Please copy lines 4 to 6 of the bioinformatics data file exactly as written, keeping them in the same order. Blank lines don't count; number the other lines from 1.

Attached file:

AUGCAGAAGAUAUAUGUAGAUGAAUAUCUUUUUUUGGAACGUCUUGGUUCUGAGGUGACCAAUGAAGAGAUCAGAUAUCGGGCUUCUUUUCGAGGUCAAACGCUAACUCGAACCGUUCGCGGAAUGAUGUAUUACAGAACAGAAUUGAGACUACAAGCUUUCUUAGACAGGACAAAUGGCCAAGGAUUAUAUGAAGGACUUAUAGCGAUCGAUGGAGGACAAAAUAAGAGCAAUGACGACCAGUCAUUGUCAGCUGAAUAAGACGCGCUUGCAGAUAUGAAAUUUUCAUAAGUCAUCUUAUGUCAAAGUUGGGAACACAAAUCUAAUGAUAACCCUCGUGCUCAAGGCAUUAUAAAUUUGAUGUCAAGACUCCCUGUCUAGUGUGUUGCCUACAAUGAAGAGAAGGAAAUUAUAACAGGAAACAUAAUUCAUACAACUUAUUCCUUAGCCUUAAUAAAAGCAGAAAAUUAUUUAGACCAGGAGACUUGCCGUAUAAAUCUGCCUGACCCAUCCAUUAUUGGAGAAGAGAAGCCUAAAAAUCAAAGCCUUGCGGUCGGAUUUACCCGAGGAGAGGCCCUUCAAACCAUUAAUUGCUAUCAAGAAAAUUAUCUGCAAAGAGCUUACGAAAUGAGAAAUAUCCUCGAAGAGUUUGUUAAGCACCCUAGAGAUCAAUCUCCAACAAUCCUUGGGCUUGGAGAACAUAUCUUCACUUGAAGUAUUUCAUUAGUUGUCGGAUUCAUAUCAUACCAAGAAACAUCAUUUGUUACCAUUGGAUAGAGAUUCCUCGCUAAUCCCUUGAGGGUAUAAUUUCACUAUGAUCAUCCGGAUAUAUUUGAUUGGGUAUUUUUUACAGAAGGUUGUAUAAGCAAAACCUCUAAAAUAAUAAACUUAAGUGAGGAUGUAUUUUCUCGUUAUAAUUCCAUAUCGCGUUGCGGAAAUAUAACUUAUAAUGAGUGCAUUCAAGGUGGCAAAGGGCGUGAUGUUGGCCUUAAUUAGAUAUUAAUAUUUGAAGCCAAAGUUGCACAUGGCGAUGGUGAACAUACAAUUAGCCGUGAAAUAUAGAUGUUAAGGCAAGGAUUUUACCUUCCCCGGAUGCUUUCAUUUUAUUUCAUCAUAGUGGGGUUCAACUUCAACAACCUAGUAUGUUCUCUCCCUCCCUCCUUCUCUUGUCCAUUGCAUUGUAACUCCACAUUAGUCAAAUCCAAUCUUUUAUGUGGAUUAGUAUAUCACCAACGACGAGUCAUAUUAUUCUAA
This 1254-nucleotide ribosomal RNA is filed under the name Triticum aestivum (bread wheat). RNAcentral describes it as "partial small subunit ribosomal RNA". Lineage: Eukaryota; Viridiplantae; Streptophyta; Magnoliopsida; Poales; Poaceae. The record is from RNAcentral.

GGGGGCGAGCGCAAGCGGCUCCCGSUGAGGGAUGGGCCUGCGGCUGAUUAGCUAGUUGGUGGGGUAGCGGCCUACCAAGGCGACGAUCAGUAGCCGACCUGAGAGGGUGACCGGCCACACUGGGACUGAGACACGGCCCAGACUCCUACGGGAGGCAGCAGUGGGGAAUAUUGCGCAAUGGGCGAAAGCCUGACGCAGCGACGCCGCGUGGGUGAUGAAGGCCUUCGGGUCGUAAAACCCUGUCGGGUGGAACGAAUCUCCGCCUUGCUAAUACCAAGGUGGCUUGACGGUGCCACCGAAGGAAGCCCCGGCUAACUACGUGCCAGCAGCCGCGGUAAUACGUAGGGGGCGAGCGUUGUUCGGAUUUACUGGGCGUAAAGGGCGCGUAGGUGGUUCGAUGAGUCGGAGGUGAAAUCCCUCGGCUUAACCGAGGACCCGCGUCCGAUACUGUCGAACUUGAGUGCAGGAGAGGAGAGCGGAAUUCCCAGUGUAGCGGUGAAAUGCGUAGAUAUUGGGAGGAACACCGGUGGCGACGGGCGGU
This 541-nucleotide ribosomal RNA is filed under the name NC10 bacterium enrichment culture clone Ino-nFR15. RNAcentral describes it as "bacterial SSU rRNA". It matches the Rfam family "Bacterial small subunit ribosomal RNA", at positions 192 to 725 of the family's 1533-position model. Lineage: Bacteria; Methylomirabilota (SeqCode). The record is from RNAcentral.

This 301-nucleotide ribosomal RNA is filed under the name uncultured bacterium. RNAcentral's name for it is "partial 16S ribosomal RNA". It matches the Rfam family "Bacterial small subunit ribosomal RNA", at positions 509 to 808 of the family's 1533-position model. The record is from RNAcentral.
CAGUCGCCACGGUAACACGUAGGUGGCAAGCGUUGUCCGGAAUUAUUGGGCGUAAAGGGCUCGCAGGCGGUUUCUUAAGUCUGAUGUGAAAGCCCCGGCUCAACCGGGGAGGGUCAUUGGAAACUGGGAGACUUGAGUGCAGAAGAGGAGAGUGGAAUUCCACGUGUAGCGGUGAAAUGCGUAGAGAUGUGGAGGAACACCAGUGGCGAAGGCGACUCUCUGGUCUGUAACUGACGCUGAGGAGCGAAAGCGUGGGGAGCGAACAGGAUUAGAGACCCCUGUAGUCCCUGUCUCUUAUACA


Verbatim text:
This 541-nucleotide ribosomal RNA is filed under the name NC10 bacterium enrichment culture clone Ino-nFR15. RNAcentral describes it as "bacterial SSU rRNA". It matches the Rfam family "Bacterial small subunit ribosomal RNA", at positions 192 to 725 of the family's 1533-position model. Lineage: Bacteria; Methylomirabilota (SeqCode). The record is from RNAcentral.

This 301-nucleotide ribosomal RNA is filed under the name uncultured bacterium. RNAcentral's name for it is "partial 16S ribosomal RNA". It matches the Rfam family "Bacterial small subunit ribosomal RNA", at positions 509 to 808 of the family's 1533-position model. The record is from RNAcentral.
CAGUCGCCACGGUAACACGUAGGUGGCAAGCGUUGUCCGGAAUUAUUGGGCGUAAAGGGCUCGCAGGCGGUUUCUUAAGUCUGAUGUGAAAGCCCCGGCUCAACCGGGGAGGGUCAUUGGAAACUGGGAGACUUGAGUGCAGAAGAGGAGAGUGGAAUUCCACGUGUAGCGGUGAAAUGCGUAGAGAUGUGGAGGAACACCAGUGGCGAAGGCGACUCUCUGGUCUGUAACUGACGCUGAGGAGCGAAAGCGUGGGGAGCGAACAGGAUUAGAGACCCCUGUAGUCCCUGUCUCUUAUACA